Magazine article The Times Higher Education Supplement : THE

'Political Experiment' Must Not Reduce Education to a Commodity: News

Magazine article The Times Higher Education Supplement : THE

'Political Experiment' Must Not Reduce Education to a Commodity: News

Article excerpt

Students should not be turned into consumers, sector expert Jurgen Enders tells David Matthews.

Since the beginning of the year, the UK's pool of higher education experts, long derided as being too small to cover so many universities and students, has arguably taken a turn to the right.

Nick Hillman, special adviser to the universities and science minister David Willetts, was named the new head of the Higher Education Policy Institute at the beginning of August. He helped to devise the coalition's Pounds 9,000 fee regime for undergraduates, but has insisted that he will "speak truth unto power" and "go wherever the evidence leads".

Roger Brown, a staunch critic of the government's reforms and co-director of the Centre of Higher Education Research Development at Liverpool Hope University, is to retire in the autumn.

And in January, King's College London appointed Alison Wolf, Sir Roy Griffiths Professor of Public Sector Management, as director of a new International Centre for University Policy Research. She has said that the centre will be "totally apolitical", but is seen by at least one of her fellow experts, fairly or not, as leaning towards the pro-market side of the debate.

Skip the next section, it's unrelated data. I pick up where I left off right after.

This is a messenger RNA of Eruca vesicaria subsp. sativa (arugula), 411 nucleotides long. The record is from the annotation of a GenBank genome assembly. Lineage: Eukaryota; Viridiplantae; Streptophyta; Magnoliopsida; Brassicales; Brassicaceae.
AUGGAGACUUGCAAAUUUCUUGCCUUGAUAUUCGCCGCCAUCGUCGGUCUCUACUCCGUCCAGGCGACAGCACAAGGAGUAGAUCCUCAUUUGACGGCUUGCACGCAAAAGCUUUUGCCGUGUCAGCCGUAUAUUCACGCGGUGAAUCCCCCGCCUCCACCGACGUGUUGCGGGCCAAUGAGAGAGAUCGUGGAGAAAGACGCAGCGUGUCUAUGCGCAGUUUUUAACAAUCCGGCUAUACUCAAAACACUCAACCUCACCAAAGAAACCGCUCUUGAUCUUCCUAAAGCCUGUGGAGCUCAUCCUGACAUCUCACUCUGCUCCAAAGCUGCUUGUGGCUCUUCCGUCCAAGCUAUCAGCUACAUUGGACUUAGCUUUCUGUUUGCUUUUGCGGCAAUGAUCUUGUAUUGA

Enter Jurgen Enders, the new professor of higher education at the University of Southampton, who comes to the UK with a deep scepticism about the perceived attempt to turn higher education into a market and the student into a consumer.

Professor Enders has been researching the sector since the mid 1990s, first at the Centre for Research on Higher Education and Work in Germany and then at the Centre for Higher Education Policy Studies in the Netherlands.

Speaking to Times Higher Education, he described English higher education as a "wonderful real-life laboratory" in which to study "radical policies" and the impact they will have on universities, teaching and research.

Compared with his experience in mainland Europe, he said it was "amazing" to see just how dramatic a "political experiment" had been taking place, changing not only how universities are funded but also the "underlying beliefs" about the purpose of higher education.

Professor Enders said he did not believe it was truly possible to create a market in higher education with a range of fees, as the coalition government set out to do in 2010, because "you cannot really know about the value" of a degree.

The difficulty of judging education - whether by the skills it imparts, by the extra income and employability it brings or by some other measure - made it hard accurately to gauge the value of a course, he argued. …

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